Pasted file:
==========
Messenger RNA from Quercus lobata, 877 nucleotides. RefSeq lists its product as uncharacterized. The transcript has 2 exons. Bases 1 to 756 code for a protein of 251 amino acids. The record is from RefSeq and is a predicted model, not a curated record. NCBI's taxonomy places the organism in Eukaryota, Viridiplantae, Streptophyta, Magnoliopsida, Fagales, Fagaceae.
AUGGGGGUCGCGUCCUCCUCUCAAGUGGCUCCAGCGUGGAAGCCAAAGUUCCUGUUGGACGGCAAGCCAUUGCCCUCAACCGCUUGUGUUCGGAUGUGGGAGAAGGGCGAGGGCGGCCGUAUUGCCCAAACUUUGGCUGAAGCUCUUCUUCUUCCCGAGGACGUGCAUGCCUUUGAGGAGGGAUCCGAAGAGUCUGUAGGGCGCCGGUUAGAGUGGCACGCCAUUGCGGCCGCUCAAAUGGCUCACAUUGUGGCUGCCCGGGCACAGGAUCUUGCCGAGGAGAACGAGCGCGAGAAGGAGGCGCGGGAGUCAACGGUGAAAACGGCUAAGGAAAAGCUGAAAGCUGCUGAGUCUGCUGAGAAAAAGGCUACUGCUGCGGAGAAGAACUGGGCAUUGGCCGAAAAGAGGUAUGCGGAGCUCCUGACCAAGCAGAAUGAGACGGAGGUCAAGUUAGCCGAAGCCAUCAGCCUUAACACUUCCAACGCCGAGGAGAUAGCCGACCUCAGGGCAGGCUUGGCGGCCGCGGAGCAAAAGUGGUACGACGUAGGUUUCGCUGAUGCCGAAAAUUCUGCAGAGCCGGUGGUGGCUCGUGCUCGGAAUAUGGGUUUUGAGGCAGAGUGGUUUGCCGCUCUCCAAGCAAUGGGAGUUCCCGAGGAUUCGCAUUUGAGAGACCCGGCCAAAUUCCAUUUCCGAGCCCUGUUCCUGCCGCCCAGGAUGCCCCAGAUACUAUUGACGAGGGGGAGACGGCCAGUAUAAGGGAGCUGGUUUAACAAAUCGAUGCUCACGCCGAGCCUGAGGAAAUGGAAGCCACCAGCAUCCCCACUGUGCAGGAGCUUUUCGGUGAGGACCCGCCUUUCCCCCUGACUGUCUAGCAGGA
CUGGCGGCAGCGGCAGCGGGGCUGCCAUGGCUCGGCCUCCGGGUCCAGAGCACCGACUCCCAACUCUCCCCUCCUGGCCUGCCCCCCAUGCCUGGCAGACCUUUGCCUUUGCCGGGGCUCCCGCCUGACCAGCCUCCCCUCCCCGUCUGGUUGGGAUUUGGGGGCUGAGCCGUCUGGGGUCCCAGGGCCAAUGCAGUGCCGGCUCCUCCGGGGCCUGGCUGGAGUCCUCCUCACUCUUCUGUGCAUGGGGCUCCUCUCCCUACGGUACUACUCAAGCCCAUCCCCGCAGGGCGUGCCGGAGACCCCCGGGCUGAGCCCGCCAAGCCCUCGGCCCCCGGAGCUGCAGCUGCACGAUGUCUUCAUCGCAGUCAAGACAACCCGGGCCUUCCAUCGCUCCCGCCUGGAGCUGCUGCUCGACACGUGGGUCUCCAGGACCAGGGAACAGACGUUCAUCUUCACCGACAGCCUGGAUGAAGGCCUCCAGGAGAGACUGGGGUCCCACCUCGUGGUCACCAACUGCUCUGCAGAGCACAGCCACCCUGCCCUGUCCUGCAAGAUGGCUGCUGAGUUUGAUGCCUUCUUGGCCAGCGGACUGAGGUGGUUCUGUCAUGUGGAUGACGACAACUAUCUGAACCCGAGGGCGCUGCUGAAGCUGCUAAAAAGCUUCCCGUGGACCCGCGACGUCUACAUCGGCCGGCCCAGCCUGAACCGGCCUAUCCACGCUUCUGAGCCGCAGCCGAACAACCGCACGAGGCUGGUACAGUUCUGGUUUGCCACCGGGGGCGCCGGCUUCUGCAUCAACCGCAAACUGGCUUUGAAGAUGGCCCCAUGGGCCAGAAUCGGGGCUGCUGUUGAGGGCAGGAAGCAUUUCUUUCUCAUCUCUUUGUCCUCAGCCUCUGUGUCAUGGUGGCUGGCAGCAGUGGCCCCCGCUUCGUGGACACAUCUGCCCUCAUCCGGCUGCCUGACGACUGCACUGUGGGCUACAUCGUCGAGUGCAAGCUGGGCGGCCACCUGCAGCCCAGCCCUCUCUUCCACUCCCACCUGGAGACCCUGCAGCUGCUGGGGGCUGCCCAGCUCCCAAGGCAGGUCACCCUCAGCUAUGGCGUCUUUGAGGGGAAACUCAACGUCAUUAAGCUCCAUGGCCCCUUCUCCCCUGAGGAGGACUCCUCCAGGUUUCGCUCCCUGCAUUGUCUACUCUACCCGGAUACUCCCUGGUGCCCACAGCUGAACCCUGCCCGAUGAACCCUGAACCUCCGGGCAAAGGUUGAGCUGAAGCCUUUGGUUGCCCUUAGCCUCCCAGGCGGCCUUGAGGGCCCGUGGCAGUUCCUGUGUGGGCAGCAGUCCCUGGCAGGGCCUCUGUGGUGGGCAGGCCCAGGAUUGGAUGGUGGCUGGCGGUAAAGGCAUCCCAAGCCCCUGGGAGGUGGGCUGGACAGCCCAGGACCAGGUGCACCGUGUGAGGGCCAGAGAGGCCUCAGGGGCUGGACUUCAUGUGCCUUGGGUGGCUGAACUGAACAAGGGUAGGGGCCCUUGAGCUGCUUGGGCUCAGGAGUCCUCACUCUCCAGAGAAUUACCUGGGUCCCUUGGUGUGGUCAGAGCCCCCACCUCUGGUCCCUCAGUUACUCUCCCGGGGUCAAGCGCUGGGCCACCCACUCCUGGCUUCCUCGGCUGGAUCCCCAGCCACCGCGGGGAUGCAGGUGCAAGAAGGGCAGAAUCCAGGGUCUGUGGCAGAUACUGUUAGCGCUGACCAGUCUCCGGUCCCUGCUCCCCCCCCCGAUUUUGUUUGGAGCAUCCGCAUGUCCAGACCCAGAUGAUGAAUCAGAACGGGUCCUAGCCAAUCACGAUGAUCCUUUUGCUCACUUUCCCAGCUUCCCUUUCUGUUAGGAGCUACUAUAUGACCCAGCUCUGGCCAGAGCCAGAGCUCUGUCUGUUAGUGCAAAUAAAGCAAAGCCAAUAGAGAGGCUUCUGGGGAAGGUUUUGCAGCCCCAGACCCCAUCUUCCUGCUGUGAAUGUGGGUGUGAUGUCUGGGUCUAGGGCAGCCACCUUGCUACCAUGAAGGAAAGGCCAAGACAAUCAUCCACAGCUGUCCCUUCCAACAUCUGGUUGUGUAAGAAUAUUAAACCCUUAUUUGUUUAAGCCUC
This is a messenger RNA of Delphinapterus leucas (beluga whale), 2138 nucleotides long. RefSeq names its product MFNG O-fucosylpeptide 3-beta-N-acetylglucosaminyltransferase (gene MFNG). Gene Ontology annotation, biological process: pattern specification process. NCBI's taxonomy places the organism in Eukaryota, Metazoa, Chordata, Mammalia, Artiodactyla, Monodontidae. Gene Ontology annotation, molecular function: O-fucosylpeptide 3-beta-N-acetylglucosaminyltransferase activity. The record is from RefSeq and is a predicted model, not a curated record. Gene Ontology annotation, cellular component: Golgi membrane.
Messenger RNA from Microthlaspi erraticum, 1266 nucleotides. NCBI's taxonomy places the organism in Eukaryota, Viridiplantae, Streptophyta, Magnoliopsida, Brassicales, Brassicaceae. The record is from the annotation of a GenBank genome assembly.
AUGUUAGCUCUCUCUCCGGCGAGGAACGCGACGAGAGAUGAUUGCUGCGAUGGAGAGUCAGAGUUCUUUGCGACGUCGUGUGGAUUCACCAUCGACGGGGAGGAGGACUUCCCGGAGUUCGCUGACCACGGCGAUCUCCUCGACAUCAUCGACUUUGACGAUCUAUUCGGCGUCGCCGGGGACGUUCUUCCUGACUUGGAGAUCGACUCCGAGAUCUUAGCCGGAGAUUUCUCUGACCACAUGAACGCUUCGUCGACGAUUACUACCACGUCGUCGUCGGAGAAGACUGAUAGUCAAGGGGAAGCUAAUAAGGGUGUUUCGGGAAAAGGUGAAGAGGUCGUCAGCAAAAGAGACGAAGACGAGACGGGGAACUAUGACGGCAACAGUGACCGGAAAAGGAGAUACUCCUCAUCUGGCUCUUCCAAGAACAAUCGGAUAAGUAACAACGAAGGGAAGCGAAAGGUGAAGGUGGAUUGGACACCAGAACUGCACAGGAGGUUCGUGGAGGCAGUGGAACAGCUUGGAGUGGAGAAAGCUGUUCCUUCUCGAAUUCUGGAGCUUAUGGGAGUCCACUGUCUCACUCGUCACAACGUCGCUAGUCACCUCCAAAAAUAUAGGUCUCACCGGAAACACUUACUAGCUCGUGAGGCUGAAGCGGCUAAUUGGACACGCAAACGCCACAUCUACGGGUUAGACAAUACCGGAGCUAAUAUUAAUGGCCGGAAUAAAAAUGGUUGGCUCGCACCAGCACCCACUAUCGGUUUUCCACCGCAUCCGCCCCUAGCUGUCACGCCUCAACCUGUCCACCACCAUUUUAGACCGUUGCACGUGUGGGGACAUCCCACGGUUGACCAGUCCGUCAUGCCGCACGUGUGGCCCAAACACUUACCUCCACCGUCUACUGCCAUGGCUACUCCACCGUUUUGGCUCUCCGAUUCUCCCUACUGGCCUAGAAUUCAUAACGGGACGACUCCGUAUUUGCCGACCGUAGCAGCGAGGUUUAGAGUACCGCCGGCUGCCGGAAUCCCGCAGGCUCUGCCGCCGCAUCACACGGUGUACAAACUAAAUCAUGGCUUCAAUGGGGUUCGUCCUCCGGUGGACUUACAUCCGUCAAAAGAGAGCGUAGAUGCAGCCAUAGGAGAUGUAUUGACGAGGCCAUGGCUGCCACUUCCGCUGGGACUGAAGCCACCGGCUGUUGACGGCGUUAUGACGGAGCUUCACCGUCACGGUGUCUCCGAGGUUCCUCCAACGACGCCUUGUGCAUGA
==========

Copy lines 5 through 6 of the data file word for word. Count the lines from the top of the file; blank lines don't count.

Messenger RNA from Microthlaspi erraticum, 1266 nucleotides. NCBI's taxonomy places the organism in Eukaryota, Viridiplantae, Streptophyta, Magnoliopsida, Brassicales, Brassicaceae. The record is from the annotation of a GenBank genome assembly.
AUGUUAGCUCUCUCUCCGGCGAGGAACGCGACGAGAGAUGAUUGCUGCGAUGGAGAGUCAGAGUUCUUUGCGACGUCGUGUGGAUUCACCAUCGACGGGGAGGAGGACUUCCCGGAGUUCGCUGACCACGGCGAUCUCCUCGACAUCAUCGACUUUGACGAUCUAUUCGGCGUCGCCGGGGACGUUCUUCCUGACUUGGAGAUCGACUCCGAGAUCUUAGCCGGAGAUUUCUCUGACCACAUGAACGCUUCGUCGACGAUUACUACCACGUCGUCGUCGGAGAAGACUGAUAGUCAAGGGGAAGCUAAUAAGGGUGUUUCGGGAAAAGGUGAAGAGGUCGUCAGCAAAAGAGACGAAGACGAGACGGGGAACUAUGACGGCAACAGUGACCGGAAAAGGAGAUACUCCUCAUCUGGCUCUUCCAAGAACAAUCGGAUAAGUAACAACGAAGGGAAGCGAAAGGUGAAGGUGGAUUGGACACCAGAACUGCACAGGAGGUUCGUGGAGGCAGUGGAACAGCUUGGAGUGGAGAAAGCUGUUCCUUCUCGAAUUCUGGAGCUUAUGGGAGUCCACUGUCUCACUCGUCACAACGUCGCUAGUCACCUCCAAAAAUAUAGGUCUCACCGGAAACACUUACUAGCUCGUGAGGCUGAAGCGGCUAAUUGGACACGCAAACGCCACAUCUACGGGUUAGACAAUACCGGAGCUAAUAUUAAUGGCCGGAAUAAAAAUGGUUGGCUCGCACCAGCACCCACUAUCGGUUUUCCACCGCAUCCGCCCCUAGCUGUCACGCCUCAACCUGUCCACCACCAUUUUAGACCGUUGCACGUGUGGGGACAUCCCACGGUUGACCAGUCCGUCAUGCCGCACGUGUGGCCCAAACACUUACCUCCACCGUCUACUGCCAUGGCUACUCCACCGUUUUGGCUCUCCGAUUCUCCCUACUGGCCUAGAAUUCAUAACGGGACGACUCCGUAUUUGCCGACCGUAGCAGCGAGGUUUAGAGUACCGCCGGCUGCCGGAAUCCCGCAGGCUCUGCCGCCGCAUCACACGGUGUACAAACUAAAUCAUGGCUUCAAUGGGGUUCGUCCUCCGGUGGACUUACAUCCGUCAAAAGAGAGCGUAGAUGCAGCCAUAGGAGAUGUAUUGACGAGGCCAUGGCUGCCACUUCCGCUGGGACUGAAGCCACCGGCUGUUGACGGCGUUAUGACGGAGCUUCACCGUCACGGUGUCUCCGAGGUUCCUCCAACGACGCCUUGUGCAUGA